On October 28, 2015, the Federal Deposit Insurance Corporation (FDIC) published in the Federal Register final rules to streamline the filing requirements and processing procedures within its regulations implementing the Change in Bank Control Act (CIBCA) for state non-member banks, state savings associations and certain parent companies thereof. The revised filing and processing regulations are a part of the FDIC’s continuing review of its regulations under the Economic Growth and Regulatory Paperwork Reduction Act of 1996 (EGRPRA) and will become effective January 1, 2016.

The FDIC indicates that this final rule: (1) consolidates the current requirements and procedures for CIBCA notices filed with respect to state nonmember banks, state savings associations and certain parent companies thereof; (2) rescinds the FDIC’s separate regulation governing the requirements and procedures for CIBCA notices filed with respect to state savings associations and certain parent companies thereof and rescinds any inconsistent guidance issued by the Office of Thrift Supervision (OTS) relating thereto; (3) increases consistency with other federal banking regulators by adopting the best practices of the related regulations of the Office of the Comptroller of the Currency (OCC) and the Board of Governors of the Federal Reserve System (FRB); and (4) clarifies the FDIC’s requirements and procedures based on its experience interpreting and implementing   the existing regulation.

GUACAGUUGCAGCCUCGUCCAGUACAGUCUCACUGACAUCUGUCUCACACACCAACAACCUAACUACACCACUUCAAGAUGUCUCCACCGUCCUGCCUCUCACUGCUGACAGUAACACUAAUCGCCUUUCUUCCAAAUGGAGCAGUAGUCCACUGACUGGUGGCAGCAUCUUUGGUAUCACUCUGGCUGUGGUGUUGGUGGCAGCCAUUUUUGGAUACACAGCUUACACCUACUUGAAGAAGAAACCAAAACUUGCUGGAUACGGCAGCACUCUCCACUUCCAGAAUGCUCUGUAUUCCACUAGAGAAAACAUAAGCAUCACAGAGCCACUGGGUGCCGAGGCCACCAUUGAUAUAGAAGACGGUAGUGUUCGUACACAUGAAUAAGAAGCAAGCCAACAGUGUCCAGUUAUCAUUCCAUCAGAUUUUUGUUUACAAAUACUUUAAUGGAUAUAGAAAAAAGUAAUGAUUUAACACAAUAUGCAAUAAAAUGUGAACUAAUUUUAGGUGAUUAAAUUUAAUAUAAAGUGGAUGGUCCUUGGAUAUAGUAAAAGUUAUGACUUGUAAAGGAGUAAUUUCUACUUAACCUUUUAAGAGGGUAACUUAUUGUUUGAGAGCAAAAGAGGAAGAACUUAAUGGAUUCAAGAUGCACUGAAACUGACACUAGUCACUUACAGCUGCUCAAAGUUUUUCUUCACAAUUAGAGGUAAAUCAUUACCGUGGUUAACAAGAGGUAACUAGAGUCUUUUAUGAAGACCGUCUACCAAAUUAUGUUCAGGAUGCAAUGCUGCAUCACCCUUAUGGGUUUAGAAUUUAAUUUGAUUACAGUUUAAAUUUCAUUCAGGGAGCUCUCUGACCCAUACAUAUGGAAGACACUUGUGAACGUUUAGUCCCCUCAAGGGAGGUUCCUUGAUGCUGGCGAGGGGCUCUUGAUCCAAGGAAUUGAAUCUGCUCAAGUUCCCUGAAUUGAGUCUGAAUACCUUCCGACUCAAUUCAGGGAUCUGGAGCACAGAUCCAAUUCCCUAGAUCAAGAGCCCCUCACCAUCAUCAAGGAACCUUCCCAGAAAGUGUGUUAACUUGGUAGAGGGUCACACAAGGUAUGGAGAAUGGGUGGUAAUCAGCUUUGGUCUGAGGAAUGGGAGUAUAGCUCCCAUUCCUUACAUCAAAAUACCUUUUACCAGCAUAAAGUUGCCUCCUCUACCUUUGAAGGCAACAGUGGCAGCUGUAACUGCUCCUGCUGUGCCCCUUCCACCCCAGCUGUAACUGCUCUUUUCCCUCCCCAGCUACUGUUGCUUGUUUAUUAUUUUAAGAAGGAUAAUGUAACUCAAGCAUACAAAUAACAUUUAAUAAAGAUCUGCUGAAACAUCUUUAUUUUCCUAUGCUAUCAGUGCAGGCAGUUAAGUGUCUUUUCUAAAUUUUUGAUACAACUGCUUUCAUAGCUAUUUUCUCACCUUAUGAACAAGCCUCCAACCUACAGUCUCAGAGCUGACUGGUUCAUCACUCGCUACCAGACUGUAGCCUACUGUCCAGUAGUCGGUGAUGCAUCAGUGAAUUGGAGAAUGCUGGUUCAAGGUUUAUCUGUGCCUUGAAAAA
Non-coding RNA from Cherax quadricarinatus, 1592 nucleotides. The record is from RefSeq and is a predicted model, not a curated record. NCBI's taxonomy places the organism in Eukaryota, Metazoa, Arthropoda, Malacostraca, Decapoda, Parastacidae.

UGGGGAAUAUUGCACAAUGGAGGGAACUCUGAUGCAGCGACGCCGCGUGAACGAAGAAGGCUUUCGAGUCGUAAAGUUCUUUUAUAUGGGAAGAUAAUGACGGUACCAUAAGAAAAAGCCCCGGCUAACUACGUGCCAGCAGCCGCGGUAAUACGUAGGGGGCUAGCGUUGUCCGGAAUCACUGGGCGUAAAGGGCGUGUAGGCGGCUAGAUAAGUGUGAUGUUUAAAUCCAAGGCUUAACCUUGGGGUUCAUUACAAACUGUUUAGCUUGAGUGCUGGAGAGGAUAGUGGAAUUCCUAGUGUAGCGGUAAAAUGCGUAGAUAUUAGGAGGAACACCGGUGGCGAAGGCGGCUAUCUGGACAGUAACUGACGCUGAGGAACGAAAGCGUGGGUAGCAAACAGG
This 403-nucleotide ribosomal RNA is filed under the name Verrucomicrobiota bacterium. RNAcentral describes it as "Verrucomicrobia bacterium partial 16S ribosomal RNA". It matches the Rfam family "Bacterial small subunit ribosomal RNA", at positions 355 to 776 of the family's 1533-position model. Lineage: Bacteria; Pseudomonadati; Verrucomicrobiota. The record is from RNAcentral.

By way of achieving the objectives outlined above, the final rule updates and adds to terminology used in the regulations, includes a rebuttable presumption of control from the CIBCA and adds a rebuttable presumption of acting in concert that is consistent with the FRB regulations. One definition added by the final rule is a definition of “voting securities,” which is derived from the FRB definition of the same term.  This addition increases consistency with the OCC and FRB definitions.

Moreover, the final rule adds rebuttable presumptions related to “acting in concert,” a concept many FRB-regulated institutions are intimately familiar with. Under the final rules, a rebuttable presumption of  “acting  in  concert” may  be found:

  • with respect to a company and any controlling shareholder or management official (as defined) of that company;
  • between an individual and one or more members of the individual’s immediate family (as defined);
  • between two or more companies under common control or a company and each other company   it controls;
  • between persons that have made or propose to make a joint filing under sections 13 or 14 of the Securities and Exchange Act of 1934;
  • between a person and any trust for which the person serves as trustee or any trust for which the person is a beneficiary; and
  • between persons that are parties to any agreement, contract, understanding, relationship, or other arrangement, whether written or otherwise, regarding the acquisition, voting, or transfer    of control of voting securities of a covered institution (as defined), other than through revocable proxies as described in the  regulation.

Misunderstanding the rebuttable presumptions and concepts of acting in concert and beneficial ownership are common risks investors may encounter under the CIBCA when they have no intention of holding such a position or exerting any control over the banking organization. Once investors are in those positions, options may be limited to avoid significant costs associated with filings and approvals required.  Investors and current owners of banking institutions must tread carefully around these concepts and the associated ownership and control thresholds contained within the CIBCA. No company wants to find itself as an unregistered bank holding company.

The final rule was adopted largely as proposed since no comments were received in response to the proposed rule issued November 25, 2014. A copy of the Federal Register notice can be found  here.